Debbie Rowland, director, Charcroft Electronics, talks about obsolete components within the defence industry
The defence industry is changing. The days of every component being specified to the highest performance and quality levels have been replaced by a more system-specific approach and by the introduction of new technologies.
The change is, perhaps, most evident when alternatives are needed for obsolete capacitors and resistors. This more flexible approach also increases the chance that a distributor can identify a direct alternative, or even an upgraded alternative, if they take the time to ask the right questions.
For many years, the trend in engineering departments throughout the defence sector was to use the highest electrical and quality specifications for every component. Quality and reliability were paramount and, for passive components, that meant specifying the most robust packages and the highest performance parameters across the board. Now, the increased emphasis on using Commercial-Off-The-Shelf (COTS) products for non-critical systems is reducing demand for the highest specification devices. This not only means that many high-spec parts are being made obsolete, it is also changing the way in which replacement devices are being identified.
The easiest scenario for replacing an obsolete passive component is when the alternative can be sourced simply by relaxing the specification. Does the system really need a part with a one per cent tolerance or has it simply been specified at the tightest tolerance when this was considered standard practice? Could it be replaced by a device with five per cent tolerance and still meet the real-world performance criteria? If the original device was specified in a metal case can it this be replaced by a plastic-cased alternative, possibly with the addition of an epoxy end-fill to enhance reliability?
The distributor needs to ask the same questions for the capacitance, temperature, voltage, and stability in order to find the real-world criteria in each application.
Balancing performance parameters
A more difficult scenario is when the technology has been made obsolete. An example of this is the polycarbonate capacitors which were effectively made obsolete when the dielectric film was withdrawn around ten years ago. Although a limited range polycarbonate is now being manufactured again it can be useful to consider other dielectrics when replacing legacy devices. The choice of the substitute dielectric will depend on the reason why polycarbonate was specified in the original design. Bearing in mind that these devices tended to be over-specified, identifying the capabilities which are important to each application provides the flexibility to identify the best alternative.
If the key parameter of the circuit is its capacitance value, then a film, silver mica or ceramic dielectrics can be considered. The combination of low- to mid-range capacitance and stability could indicate that a polyester capacitor with a five per cent tolerance may be the most suitable replacement. Where the need for a relatively low capacitance is combined with high stability, then a PolyPhenylene Sulphide (PPS) capacitor with a one per cent tolerance would be the best option. At higher capacitance values, a ceramic or silver mica capacitor with a one per cent tolerance would be the obvious choices.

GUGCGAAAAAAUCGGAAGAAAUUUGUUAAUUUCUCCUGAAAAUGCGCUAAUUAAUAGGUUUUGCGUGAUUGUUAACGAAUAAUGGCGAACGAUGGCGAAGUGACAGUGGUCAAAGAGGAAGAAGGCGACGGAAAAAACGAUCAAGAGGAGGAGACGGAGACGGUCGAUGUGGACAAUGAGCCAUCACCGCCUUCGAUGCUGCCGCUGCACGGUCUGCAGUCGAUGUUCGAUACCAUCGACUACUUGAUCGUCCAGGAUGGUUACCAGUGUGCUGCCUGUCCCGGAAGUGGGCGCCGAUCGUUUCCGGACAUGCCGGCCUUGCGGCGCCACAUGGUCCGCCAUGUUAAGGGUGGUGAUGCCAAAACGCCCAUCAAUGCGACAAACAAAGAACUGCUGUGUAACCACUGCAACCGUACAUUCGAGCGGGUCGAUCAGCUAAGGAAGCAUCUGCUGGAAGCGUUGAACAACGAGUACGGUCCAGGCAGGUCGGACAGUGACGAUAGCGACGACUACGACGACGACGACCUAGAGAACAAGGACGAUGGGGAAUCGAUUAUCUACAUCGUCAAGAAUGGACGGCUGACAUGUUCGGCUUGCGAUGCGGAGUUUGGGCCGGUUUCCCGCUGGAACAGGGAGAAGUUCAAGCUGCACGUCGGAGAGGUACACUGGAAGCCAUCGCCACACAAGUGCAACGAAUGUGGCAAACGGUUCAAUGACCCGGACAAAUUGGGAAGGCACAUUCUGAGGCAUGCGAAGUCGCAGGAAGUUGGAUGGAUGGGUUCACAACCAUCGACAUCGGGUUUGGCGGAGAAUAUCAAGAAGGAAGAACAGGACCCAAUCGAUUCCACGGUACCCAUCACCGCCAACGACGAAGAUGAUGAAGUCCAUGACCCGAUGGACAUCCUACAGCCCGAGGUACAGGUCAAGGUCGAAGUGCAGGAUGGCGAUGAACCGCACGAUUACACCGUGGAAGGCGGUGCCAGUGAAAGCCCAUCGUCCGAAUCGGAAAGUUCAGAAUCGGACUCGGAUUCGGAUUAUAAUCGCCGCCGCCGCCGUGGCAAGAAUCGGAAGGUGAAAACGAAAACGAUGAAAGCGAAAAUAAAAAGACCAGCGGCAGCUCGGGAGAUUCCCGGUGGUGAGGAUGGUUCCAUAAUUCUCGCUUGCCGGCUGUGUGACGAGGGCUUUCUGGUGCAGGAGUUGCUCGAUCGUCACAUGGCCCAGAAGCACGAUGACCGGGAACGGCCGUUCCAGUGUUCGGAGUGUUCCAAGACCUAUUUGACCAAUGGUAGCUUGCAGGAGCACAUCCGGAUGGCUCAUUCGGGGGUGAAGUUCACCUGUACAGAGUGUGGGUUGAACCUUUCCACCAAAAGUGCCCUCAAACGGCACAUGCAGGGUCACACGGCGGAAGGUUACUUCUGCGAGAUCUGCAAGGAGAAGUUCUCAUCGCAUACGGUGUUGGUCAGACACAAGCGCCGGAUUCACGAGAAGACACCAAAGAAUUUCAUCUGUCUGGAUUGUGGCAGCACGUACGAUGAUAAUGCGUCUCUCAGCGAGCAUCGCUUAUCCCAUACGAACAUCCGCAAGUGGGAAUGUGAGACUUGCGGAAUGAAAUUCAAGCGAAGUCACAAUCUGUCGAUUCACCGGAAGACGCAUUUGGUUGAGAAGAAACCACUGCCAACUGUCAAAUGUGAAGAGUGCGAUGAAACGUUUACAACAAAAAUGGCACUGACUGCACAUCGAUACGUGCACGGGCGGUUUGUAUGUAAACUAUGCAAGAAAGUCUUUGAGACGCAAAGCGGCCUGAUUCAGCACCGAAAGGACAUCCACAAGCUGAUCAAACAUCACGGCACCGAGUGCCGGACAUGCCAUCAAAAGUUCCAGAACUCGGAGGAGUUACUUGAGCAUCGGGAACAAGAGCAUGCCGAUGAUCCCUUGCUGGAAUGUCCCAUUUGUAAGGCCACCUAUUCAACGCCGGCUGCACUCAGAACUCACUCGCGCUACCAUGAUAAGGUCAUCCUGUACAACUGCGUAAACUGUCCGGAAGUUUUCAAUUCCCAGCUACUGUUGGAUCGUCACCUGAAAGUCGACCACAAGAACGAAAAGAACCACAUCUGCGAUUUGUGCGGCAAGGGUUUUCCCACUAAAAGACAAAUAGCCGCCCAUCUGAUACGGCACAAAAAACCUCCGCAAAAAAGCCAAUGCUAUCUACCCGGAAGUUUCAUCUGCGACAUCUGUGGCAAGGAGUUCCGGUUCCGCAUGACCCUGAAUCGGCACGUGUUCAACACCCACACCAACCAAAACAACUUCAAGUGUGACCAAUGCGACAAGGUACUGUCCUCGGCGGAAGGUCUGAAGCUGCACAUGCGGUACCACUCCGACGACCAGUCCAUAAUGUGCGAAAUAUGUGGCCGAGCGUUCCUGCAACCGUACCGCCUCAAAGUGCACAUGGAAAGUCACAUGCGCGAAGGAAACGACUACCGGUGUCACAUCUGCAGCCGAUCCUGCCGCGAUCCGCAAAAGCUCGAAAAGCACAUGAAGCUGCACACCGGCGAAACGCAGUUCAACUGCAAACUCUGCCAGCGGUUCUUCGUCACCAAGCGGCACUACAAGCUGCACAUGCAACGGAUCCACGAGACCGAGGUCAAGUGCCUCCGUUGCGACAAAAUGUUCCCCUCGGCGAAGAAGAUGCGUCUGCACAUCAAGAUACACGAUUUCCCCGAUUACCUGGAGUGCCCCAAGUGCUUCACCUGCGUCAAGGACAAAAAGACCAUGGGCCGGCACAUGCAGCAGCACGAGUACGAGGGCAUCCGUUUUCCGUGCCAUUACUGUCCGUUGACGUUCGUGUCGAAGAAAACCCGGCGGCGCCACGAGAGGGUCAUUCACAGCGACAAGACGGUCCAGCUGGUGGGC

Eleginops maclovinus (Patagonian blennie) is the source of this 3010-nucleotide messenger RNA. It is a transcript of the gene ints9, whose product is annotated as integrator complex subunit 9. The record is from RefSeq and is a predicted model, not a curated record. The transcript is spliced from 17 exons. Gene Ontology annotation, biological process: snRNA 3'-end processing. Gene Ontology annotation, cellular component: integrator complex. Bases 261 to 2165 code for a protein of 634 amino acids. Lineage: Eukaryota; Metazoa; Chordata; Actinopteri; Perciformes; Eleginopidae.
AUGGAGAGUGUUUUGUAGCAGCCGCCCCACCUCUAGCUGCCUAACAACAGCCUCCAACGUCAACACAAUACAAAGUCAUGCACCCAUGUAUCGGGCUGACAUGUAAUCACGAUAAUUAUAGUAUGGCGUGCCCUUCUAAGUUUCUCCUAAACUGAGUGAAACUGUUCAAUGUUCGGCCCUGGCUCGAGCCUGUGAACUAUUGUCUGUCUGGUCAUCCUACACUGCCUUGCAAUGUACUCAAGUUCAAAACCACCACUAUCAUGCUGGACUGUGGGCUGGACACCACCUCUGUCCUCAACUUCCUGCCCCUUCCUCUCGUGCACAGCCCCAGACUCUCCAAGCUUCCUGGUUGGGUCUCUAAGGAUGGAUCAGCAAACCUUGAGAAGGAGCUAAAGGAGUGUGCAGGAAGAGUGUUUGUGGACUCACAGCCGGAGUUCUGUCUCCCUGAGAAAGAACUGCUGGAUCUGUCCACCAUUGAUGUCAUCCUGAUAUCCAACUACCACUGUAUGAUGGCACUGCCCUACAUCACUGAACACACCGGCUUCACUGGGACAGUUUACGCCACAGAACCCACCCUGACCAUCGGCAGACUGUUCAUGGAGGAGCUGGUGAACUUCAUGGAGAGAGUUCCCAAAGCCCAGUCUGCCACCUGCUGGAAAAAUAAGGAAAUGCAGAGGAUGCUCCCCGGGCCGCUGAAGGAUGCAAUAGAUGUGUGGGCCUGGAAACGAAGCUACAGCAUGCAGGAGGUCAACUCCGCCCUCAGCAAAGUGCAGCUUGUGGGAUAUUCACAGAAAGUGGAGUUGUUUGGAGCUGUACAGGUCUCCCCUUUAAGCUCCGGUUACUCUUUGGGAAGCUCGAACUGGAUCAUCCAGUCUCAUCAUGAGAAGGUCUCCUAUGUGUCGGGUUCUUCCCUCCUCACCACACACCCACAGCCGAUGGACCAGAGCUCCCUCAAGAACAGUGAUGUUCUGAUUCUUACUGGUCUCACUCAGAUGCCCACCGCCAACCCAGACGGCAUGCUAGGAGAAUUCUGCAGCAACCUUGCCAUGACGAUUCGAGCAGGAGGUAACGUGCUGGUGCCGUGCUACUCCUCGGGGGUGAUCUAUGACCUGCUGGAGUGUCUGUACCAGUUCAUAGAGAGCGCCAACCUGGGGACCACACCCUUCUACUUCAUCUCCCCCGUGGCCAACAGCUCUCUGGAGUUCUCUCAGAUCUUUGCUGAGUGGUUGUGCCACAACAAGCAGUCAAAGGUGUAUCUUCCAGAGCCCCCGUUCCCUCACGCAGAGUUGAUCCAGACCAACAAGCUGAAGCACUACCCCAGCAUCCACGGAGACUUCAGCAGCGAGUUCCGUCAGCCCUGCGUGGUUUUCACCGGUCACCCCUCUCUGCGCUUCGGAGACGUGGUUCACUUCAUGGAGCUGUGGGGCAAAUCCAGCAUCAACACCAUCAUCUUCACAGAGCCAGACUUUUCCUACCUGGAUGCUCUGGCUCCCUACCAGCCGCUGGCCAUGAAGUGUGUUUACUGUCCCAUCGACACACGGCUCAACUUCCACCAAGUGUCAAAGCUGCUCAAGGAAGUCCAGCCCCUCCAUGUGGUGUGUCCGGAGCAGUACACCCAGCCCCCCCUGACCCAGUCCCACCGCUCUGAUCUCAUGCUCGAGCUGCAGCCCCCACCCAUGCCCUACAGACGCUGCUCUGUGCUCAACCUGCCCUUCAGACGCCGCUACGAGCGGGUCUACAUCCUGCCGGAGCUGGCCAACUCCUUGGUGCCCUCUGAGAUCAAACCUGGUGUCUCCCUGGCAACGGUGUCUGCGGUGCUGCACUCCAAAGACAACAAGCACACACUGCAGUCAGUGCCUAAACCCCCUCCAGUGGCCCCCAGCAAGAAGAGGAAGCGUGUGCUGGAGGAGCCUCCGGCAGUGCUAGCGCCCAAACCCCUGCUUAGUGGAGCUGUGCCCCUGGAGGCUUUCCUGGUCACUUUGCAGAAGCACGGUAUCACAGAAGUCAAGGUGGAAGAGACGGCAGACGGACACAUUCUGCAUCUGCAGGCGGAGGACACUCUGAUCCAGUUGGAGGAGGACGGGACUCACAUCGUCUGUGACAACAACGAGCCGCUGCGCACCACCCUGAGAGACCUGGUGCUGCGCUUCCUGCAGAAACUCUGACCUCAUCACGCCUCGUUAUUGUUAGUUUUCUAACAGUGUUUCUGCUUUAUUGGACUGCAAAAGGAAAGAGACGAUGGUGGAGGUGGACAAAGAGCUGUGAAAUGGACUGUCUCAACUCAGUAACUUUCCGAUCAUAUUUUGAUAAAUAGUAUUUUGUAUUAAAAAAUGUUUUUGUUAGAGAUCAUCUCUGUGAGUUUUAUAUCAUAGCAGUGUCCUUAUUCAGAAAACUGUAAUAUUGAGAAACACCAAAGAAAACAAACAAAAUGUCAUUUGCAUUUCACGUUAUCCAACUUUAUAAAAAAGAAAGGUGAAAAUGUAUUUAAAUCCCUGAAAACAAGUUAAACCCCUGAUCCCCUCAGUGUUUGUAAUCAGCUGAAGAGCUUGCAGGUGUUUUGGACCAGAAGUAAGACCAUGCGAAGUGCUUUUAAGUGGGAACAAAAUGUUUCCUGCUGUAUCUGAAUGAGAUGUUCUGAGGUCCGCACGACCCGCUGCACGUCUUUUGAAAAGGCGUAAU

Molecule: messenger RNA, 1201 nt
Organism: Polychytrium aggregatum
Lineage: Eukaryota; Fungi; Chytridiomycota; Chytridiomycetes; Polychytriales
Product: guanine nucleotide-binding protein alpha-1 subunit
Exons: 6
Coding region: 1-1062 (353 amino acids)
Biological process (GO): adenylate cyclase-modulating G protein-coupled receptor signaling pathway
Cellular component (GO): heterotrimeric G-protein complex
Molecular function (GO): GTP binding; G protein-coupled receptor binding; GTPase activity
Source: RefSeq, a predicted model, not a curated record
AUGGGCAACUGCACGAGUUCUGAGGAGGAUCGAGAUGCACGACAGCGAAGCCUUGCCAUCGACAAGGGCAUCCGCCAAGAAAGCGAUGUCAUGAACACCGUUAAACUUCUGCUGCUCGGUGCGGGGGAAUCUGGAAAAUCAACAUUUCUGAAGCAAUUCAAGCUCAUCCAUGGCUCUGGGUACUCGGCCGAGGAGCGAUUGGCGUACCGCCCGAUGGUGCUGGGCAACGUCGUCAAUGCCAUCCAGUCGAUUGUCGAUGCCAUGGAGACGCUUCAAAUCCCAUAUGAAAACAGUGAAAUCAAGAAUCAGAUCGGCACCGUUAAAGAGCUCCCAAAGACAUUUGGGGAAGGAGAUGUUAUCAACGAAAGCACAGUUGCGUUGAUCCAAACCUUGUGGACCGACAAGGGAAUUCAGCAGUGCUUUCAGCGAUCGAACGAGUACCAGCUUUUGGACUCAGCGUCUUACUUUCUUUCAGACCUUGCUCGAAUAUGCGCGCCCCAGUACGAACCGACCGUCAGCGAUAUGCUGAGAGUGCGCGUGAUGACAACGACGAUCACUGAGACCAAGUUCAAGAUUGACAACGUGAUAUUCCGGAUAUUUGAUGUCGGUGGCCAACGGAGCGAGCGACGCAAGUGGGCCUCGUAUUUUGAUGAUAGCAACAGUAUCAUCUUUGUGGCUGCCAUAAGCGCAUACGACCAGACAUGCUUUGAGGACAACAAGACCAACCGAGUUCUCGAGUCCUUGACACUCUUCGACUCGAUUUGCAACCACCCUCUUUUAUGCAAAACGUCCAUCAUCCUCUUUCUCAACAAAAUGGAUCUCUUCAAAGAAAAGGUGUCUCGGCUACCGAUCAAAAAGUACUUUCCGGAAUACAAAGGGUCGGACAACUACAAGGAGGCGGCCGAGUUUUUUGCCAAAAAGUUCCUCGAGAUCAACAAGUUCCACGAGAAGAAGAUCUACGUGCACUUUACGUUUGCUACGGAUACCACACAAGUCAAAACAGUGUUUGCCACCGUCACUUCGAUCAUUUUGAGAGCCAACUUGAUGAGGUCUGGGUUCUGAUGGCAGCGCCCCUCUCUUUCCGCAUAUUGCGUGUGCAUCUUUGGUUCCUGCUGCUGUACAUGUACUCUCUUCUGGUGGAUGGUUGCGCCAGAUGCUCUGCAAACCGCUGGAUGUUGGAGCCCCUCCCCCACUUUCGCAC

When using a film capacitor as a replacement for a polycarbonate, the voltage of the film capacitor can often be reduced. The comparatively low capacitance value of polycarbonate capacitors means that they were often specified with a high voltage simply to achieve the required capacitance. This could mean that a 63V polyester capacitor may be a viable replacement for a 400V polycarbonate device. The added benefit here is that changing to a readily available polyester capacitor would also lower the unit cost and the Minimum Order Quantity.
To match the need for high voltage, a polycarbonate could be replaced with a silver mica capacitor which can achieve a voltage of up to 1kV. A circuit which is sensitive to noise, however, would use a silver mica or ceramic if the capacitance value in under 22nF or, for higher capacitance values, a polypropylene film capacitor. For high-temperature applications the first consideration when replacing a metal-cased polycarbonate capacitor would be a ceramic device which can handle temperatures up to 125°C.
Replacing for improved performance
Sometimes an alternative can improve on the performance of the original device. Advances in wet tantalum capacitors, for example, mean that manufacturers have gradually made older technology versions obsolete whilst continuing to manufacture improved alternatives. The original silver case and elastomer seals which were featured in earlier parts were replaced by silver hermetic cases and then by an all-tantalum hermetic seal. The latest developments also mean that polymer capacitors are becoming a viable alternative to tantalum devices, particularly in applications where minimising PCB size is important.
There are also sound commercial reasons for replacing these older devices with new alternatives because the modern devices are manufactured in higher volumes and often provide a lower unit cost.
Asking the right questions
Perhaps the most important factor in identifying alternatives for obsolete passives is dialogue between the distributor and engineer. For their part, the distributor must know which questions to ask and use every bit of product knowledge and industry expertise to identify the alternative which is right for each application.